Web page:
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Objective—To determine the pharmacokinetics of morphine after IM administration in a clinical population of horses.

Design—Prospective clinical study.

Animals—77 horses.

Procedures—Morphine sulfate (0.1 mg/kg [0.045 mg/lb], IM) was administered to horses, and blood samples were obtained at predetermined time points. Plasma morphine concentrations were measured via liquid chromatography and mass spectrometry. In preliminary investigations, samples were obtained from 2 healthy horses at 12 time points (up to 12 hours after drug administration) and analyzed via 2-stage pharmacokinetic analysis. In the clinical phase, blood samples were obtained from 75 hospitalized horses at various times (total, 2 to 3 samples/horse) up to 9 hours after drug administration, and data were analyzed via a naïve pooled pharmacokinetic model.

Results—In the clinical phase, the apparent terminal half-life (t½) of morphine was approximately 1.5 hours, volume of distribution per bioavailability was approximately 4.5 L/kg, and clearance per bioavailability was approximately 35 mL/kg/min. Peak plasma concentration in naïve pooled analysis was 21.6 ng/mL and occurred approximately 4 minutes after administration. Morphine concentrations were below the limit of quantification ≤ 7 hours after administration in 74 horses. Adverse effects attributed to morphine administration were uncommon and considered mild.

Conclusions and Clinical Relevance—The short t½ of morphine in horses suggested frequent administration may be needed to maintain targeted plasma concentrations. Variations in plasma concentrations suggested optimal dosages may differ among horses. The drug was well tolerated at the described dose, but patients receiving morphine should be monitored carefully.

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in Journal of the American Veterinary Medical Association


Objective—To determine indications for cesarean section in alpacas and llamas, and clinical management and outcome of alpacas and llamas undergoing cesarean section.

Design—Retrospective case series.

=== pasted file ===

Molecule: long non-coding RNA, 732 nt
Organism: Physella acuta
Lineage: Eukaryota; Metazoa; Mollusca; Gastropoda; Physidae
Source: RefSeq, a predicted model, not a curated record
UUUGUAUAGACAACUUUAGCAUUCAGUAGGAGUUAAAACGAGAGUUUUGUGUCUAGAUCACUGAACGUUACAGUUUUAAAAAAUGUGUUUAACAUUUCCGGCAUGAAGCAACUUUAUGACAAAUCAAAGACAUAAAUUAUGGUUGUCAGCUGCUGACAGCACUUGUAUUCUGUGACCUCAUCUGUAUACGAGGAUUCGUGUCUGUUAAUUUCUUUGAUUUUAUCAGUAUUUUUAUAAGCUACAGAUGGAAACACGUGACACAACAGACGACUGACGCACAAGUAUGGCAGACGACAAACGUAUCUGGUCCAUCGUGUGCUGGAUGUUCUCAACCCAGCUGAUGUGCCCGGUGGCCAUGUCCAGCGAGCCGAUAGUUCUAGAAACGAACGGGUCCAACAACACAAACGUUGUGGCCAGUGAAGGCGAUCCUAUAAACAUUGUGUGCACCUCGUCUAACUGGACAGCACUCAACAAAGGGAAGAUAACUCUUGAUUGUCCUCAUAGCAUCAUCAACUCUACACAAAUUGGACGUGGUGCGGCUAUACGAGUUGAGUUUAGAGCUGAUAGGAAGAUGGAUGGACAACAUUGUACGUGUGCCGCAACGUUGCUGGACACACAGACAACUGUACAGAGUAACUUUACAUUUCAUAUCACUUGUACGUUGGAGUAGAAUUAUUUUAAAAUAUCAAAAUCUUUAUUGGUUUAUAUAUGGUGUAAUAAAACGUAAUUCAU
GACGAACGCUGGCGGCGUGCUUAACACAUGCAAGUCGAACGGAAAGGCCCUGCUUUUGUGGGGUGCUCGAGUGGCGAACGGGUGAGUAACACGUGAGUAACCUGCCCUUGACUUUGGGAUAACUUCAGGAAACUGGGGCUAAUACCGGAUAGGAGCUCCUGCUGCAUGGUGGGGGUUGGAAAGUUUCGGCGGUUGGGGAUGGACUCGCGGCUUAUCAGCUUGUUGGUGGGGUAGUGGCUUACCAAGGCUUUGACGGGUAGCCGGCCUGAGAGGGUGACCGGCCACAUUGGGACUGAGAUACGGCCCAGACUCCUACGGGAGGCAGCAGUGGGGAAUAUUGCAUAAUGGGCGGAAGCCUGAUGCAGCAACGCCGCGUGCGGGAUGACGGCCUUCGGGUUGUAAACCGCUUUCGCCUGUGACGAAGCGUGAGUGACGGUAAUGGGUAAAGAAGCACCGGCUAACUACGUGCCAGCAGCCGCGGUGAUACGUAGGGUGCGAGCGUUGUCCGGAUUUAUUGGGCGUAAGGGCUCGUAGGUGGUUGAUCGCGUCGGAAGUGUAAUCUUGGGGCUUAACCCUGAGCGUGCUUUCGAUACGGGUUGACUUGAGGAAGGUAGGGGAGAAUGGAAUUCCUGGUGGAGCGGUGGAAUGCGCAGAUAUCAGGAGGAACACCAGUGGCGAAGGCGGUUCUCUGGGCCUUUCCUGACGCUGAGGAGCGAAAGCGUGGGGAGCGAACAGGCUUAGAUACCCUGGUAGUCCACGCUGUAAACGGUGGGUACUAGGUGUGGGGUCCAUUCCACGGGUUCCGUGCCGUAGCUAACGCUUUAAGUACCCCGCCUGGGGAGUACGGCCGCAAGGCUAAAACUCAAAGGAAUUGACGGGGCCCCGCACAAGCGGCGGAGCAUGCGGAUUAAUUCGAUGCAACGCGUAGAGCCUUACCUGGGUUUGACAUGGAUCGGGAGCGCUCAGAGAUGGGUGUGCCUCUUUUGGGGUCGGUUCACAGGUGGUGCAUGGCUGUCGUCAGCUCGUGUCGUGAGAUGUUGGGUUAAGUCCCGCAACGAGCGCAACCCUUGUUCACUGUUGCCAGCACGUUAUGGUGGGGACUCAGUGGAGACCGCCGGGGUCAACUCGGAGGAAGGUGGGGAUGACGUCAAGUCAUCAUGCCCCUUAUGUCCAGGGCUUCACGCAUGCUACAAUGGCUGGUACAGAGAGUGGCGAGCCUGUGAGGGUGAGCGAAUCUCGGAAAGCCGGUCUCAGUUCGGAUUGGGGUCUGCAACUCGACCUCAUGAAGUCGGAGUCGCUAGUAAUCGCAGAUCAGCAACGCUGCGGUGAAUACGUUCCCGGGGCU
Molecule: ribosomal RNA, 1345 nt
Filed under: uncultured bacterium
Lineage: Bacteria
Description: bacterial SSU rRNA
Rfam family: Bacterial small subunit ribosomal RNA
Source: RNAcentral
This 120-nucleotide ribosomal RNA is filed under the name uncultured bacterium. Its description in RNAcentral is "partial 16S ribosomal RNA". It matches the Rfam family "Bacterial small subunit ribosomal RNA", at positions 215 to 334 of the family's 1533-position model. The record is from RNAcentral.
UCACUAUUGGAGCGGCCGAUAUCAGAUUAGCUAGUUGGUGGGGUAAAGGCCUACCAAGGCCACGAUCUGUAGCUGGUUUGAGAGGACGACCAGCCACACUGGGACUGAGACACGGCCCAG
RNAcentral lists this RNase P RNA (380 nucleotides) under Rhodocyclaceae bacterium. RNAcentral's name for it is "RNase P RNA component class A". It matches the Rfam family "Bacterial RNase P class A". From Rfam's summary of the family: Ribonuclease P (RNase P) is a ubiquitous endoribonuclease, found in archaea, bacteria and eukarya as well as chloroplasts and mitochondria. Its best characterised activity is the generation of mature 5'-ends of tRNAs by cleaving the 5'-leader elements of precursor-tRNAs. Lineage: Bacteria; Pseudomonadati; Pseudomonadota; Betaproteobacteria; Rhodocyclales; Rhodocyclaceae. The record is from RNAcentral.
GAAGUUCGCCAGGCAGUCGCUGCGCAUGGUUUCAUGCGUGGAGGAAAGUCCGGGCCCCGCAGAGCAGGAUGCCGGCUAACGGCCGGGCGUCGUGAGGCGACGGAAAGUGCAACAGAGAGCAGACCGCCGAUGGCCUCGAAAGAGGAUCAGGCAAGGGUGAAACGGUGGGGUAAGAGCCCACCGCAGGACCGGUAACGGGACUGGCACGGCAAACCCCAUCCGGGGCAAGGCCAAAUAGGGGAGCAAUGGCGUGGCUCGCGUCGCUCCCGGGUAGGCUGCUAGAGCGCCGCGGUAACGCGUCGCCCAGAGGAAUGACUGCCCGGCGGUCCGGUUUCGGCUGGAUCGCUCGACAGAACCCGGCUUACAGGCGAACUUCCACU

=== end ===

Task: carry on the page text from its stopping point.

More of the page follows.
Animals—27 alpacas and 7 llamas.

Procedures—Medical records were reviewed and information gathered on signalment, anamnesis including reproductive history, physical examination findings, indication for cesarean section, anesthetic protocol, surgical technique, number of crias delivered (alive or dead), additional treatment, duration of hospitalization, and postoperative complications. Follow-up information was gathered via email or telephone interview with owners.

Results—Uterine torsion (13/34 [38%]) was the most common reason for cesarean section. The most common surgical approach was the left proximal lateral abdominal approach (21/34 [62%]). Thirty-four crias were delivered via cesarean section. Twenty (59%) were born alive and discharged from the hospital. Retained placenta was the most common complication observed after surgery. A significant association was found between prolonged dystocia and fetal death. Of the 34 dams that underwent cesarean section, 21 were rebred, and 19 of the 21 (90.5%) dams that were rebred became pregnant. Fifteen of 19 dams were confirmed to have ≥ 1 normal vaginal delivery with a live cria following cesarean section.

Conclusions and Clinical Relevance—The results of the present study indicated that cesarean section was an effective method of resolving dystocia in camelids without negatively affecting future fertility or parturition by the dam. Prompt referral of patients with dystocia is advised to improve fetal viability. Retained fetal membranes seemed to be a common complication of cesarean section in camelids but was not associated with negative outcomes.

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in Journal of the American Veterinary Medical Association